>as you could write a custom Creator class that calls on that component,
>in the create method, 
>
>class MyCreator implements Creator {
>
>  ServletConfig servletConfig = ?;
>
>  public void created( Object object, Context context )
>  throws Exception {
>   
>    ((Foo )object).specialConfig( servletConfig ) ;
>  }
>
>  ...
>
>}
>
>is this right?
>

Yes.

>
>* where would you declare this lifecycle extensions then? (in the case
>of merlin, for instance ? )
>

There are two parts - the component and the handler.
The component declares the requirement for lifecycle stage interface
support as follows:

  <type>
    <!-- custom meta attributes go here -->
    <!-- logging, context and service depedencies go here -->
    <!-- services that the implementation provides go here -->
    <!-- lifecycle stage depedencies go here -->
    <stages>
      <stage type="org.apache.avalon.playground.Exploitable" />
      <stage type="org.apache.avalon.playground.Demonstratable"/>
    </stages>
  </type>

The above XML is contained in a file name <classname>.xinfo.  It is
the decklaration by a component implementation of its requirements
from a container.  In the case of lifecycle depedencies, this includes
the declaration of the interface that it implements that should be
considered as a deployment phase lifecycle stage.  The order of stage
declarations presented above determines the order in which these stages
are applied to the component.

The next aspect is the declaration of extension handling ability.  
Another component (the handler) is declared using the same meta info
model as you have seen above, but in this case, a component is declaring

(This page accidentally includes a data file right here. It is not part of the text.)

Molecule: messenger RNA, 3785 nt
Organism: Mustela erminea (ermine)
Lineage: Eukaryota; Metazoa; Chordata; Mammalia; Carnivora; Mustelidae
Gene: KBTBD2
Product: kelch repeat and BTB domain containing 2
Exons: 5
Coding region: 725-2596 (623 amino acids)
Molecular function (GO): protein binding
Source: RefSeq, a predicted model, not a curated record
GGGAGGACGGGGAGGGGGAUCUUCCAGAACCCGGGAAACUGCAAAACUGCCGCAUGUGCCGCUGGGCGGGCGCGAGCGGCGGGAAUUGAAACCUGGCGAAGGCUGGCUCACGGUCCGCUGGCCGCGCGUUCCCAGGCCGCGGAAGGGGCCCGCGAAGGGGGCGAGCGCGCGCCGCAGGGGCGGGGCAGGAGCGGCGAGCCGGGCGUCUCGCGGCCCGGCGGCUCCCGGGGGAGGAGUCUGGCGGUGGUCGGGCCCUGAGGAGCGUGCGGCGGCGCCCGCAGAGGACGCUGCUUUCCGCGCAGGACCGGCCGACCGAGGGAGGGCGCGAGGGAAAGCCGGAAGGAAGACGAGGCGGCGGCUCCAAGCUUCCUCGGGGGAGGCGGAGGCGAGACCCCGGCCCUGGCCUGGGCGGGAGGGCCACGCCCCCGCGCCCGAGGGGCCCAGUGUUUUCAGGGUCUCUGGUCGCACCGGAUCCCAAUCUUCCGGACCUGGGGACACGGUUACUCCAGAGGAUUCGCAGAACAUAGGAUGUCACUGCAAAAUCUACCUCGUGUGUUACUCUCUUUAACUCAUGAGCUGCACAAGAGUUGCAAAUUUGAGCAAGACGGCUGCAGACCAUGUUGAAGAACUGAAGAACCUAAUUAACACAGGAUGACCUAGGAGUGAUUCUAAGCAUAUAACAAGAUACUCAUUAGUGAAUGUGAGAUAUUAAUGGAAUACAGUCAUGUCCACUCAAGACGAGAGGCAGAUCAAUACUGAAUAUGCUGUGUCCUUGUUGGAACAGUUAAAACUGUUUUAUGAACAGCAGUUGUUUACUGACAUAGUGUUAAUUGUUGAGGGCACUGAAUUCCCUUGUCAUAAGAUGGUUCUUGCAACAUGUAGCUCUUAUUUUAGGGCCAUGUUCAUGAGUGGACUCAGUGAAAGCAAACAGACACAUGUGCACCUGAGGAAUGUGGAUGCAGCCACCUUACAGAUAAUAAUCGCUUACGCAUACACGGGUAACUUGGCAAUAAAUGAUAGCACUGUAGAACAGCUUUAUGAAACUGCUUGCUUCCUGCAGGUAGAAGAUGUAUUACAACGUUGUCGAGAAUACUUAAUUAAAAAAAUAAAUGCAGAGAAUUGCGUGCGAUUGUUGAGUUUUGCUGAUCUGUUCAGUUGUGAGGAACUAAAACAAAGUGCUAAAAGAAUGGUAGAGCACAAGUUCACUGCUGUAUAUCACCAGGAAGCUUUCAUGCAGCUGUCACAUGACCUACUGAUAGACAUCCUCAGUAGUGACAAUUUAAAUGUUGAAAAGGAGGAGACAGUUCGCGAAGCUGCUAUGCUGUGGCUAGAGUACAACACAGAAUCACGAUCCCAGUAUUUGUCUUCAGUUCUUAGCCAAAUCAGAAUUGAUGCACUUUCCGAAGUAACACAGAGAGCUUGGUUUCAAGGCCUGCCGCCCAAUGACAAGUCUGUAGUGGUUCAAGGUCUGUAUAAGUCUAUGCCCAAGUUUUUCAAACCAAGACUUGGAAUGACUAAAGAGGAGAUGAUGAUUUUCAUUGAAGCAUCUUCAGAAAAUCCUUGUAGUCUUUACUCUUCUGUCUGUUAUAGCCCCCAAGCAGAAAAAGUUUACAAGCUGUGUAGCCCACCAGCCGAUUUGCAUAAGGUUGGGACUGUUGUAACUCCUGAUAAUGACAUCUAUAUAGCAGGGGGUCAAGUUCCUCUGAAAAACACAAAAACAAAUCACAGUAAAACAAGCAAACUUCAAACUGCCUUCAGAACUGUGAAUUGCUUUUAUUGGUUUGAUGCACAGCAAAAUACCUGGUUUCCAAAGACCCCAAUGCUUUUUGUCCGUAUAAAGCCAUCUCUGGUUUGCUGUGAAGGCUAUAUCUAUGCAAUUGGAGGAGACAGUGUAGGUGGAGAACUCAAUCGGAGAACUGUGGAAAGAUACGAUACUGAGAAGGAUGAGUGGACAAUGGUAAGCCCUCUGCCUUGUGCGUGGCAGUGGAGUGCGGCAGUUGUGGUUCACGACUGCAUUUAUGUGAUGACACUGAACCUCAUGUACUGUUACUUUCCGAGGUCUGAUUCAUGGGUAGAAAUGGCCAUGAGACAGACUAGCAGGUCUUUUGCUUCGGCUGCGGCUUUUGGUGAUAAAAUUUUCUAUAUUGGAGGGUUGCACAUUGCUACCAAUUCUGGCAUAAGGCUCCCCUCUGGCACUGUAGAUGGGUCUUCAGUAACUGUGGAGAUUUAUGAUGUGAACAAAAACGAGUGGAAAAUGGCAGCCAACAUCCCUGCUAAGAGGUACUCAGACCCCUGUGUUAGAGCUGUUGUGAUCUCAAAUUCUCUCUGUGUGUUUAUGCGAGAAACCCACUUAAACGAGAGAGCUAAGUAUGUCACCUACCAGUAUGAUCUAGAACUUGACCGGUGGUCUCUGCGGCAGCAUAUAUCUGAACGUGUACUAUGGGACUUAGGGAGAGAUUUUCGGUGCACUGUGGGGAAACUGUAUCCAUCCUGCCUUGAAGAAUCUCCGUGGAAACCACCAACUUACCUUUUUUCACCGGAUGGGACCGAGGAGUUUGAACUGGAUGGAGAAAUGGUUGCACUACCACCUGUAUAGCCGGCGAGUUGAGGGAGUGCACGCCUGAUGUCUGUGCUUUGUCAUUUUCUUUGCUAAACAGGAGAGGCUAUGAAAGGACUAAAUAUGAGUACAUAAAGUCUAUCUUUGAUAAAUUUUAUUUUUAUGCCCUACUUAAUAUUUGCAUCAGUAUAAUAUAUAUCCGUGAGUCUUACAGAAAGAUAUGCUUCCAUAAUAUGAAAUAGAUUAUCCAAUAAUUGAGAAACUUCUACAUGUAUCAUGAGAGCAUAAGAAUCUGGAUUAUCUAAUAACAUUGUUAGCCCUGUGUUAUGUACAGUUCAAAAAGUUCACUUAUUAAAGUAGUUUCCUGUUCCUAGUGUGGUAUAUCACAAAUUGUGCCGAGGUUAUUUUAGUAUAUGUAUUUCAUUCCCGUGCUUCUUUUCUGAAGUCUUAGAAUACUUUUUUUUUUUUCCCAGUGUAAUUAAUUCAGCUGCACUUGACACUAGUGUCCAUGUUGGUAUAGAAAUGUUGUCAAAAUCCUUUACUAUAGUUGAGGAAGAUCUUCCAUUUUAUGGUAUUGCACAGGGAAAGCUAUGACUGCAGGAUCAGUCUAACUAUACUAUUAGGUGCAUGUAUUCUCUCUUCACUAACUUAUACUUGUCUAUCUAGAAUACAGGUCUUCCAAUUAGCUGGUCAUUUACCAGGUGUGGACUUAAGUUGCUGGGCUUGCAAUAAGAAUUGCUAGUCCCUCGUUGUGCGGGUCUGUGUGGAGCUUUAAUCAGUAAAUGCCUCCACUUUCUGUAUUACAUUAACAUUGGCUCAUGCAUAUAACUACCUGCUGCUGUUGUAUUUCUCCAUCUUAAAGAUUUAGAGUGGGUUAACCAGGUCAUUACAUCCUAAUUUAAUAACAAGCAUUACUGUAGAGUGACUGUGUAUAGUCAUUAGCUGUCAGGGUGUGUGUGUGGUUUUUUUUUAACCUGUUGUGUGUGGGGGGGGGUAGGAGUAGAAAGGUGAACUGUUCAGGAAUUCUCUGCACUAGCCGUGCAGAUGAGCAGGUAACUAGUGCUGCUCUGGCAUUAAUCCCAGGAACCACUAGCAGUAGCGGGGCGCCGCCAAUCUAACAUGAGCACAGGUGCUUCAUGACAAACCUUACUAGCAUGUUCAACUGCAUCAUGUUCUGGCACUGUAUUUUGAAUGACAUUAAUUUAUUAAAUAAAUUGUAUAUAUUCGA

that it is a handler for a particular lifecycle stage interface.

 <type>
    <!-- other stuff -->
    <!-- declaration of extension handling abilities -->
    <extensions>
      <extension type="org.apache.avalon.playground.Exploitable" />
    </extensions>
  </type>

Based on the <extensions> tag, the container can register this component
type as a condidate handler.  During the assembly phase, the container can
make assesment of all candidates capable of supporting the Exploitable
interface (in the case of multiple candidates, you can include you own
selection policy or you can let Merlin take care of this automatically).

During the deployment phase, Merlin will assembly and deploy the selected
handler and apply the handler to the deployment of the target component
implementation.

>
>* there must be a notion of lifecycle order - is this done asserted at
>registration ?
>

This is done in strinct accordance with the declarations by the 
component that is being handled.  In the above examples the Exploitable 
handler will be invoked ahead of the Demonstratable handler.

>[for instance the object might need the data from the servletConfig, for
>other initialisation work ]
>
>  
>
>>Another scenario - access control based on a principal identity.
>>This information is unavailable at deployment time. It's a runtime
>>concern. A proxy can intercept an invocation and do stuff like
>>unmarchal a principal identifier or whatever, pass the argument to
>>some code to handle the business logic (e.g. an access decision),
>>and then apply the invocation to the target. The extendibility
>>issue here concerns the ability to "plug-in" a handler for access
>>control which can be used by the proxy implementation. This is
>>where interceptor chains come into play.
>>
>>    
>>
>yep - the jboss people are doing this with jaas?
>
>  
>
>>In the Merlin environment the object that actually exposes a proxy
>>is the Appliance (a.k.a. the component deployment handler). An
>>appliance is a component and as such it can have multiple dependencies,
>>context, configuration, etc. This immediately eliminates a bunch of
>>classic problems related to intercept style management - namely the
>>ordering and synchronization of multiple interceptors. However - at
>>least in Merlin, there isn't a way for the container to acquire an
>>interceptor or interceptors without introducing a specialized
>>appliance (but its is an interesting through).
>>
>>    
>>
>
>ok. So you see the point of proxies and aspects therefore in the
>appliance "extension point" (using eclipse terms here ;-) ).
>
>Will be playing with merlin - sounds interesting.
>  
>

Lets us know how you find it - feedback is very highly appreciated.

Cheers, Steve.

>  
>
>>Cheers, Steve.
>>    
>>
>
>thanks for your insights,
>
> -- Jakob
>
>
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>
>  
>

-- 

Stephen J. McConnell
mailto:mcconnell@apache.org
http://www.osm.net